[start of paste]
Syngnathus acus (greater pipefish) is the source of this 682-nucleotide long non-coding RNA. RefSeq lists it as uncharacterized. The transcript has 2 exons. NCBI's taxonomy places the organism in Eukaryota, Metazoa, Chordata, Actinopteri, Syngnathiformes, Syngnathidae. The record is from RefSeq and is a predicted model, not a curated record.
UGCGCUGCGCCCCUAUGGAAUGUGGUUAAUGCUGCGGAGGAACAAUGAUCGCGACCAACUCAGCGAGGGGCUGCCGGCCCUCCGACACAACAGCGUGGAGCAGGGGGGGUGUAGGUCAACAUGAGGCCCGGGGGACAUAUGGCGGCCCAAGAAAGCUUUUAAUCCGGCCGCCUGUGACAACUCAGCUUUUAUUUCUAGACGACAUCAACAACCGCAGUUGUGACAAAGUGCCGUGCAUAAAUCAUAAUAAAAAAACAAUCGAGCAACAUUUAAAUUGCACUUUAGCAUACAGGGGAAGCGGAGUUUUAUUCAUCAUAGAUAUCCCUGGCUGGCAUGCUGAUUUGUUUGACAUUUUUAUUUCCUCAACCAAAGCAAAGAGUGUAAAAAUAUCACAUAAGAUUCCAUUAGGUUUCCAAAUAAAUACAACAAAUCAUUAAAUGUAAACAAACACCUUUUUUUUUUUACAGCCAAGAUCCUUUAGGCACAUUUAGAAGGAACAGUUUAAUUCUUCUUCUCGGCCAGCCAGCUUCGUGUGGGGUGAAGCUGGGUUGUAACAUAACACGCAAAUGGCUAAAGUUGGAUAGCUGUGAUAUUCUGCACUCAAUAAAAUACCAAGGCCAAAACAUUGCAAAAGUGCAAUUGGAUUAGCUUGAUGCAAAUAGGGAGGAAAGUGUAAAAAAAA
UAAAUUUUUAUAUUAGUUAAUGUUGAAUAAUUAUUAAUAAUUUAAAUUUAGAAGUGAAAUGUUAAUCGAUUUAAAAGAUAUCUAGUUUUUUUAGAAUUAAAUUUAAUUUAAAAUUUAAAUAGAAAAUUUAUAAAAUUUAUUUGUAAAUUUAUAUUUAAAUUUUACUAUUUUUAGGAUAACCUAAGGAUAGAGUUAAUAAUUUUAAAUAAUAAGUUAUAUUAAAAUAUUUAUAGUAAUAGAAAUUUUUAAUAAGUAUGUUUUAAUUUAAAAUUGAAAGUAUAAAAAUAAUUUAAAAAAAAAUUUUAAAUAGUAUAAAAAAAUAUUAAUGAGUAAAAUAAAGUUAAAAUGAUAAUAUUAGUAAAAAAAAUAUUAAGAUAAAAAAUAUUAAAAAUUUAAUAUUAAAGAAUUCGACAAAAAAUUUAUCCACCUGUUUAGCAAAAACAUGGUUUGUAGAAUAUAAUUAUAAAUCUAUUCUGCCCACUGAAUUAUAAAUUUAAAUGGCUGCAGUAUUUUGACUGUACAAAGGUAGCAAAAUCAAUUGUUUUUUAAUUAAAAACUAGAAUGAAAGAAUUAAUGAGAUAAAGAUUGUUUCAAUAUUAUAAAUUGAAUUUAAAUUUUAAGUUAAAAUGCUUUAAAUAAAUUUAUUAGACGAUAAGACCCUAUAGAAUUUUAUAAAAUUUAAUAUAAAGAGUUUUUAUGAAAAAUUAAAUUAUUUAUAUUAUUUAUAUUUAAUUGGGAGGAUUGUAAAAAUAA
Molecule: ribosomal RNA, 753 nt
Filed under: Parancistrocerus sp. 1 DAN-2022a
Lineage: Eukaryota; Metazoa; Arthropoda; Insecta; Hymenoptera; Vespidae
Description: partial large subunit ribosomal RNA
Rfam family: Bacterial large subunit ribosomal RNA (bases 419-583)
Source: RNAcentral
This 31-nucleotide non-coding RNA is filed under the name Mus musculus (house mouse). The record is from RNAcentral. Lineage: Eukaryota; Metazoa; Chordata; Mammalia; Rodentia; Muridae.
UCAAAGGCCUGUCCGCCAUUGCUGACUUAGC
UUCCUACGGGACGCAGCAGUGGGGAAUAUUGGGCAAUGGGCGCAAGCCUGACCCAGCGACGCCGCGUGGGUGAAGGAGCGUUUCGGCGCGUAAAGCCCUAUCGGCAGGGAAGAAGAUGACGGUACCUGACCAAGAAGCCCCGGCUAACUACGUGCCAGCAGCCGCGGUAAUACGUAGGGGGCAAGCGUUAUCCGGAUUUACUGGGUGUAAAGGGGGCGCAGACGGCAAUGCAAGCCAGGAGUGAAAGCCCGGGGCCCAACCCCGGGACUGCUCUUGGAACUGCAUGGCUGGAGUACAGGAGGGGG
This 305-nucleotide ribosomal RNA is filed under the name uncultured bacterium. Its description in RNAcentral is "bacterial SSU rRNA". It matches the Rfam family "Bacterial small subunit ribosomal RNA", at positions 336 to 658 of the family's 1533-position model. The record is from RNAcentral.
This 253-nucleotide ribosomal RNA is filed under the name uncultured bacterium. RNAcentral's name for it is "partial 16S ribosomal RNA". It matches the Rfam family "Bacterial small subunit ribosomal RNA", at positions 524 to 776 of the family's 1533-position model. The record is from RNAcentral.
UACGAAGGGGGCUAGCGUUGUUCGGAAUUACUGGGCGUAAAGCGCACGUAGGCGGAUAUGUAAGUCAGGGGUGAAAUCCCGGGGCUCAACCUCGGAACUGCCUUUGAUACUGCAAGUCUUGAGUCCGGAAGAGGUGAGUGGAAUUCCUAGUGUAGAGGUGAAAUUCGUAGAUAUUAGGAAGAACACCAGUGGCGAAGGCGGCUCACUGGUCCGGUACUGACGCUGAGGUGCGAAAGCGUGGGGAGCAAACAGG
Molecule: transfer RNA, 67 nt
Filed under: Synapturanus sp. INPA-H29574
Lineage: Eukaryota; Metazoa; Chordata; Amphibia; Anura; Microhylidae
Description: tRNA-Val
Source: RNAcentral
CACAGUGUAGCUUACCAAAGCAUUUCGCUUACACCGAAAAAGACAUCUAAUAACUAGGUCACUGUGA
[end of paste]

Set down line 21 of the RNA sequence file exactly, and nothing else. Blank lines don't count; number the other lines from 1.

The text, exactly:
CACAGUGUAGCUUACCAAAGCAUUUCGCUUACACCGAAAAAGACAUCUAAUAACUAGGUCACUGUGA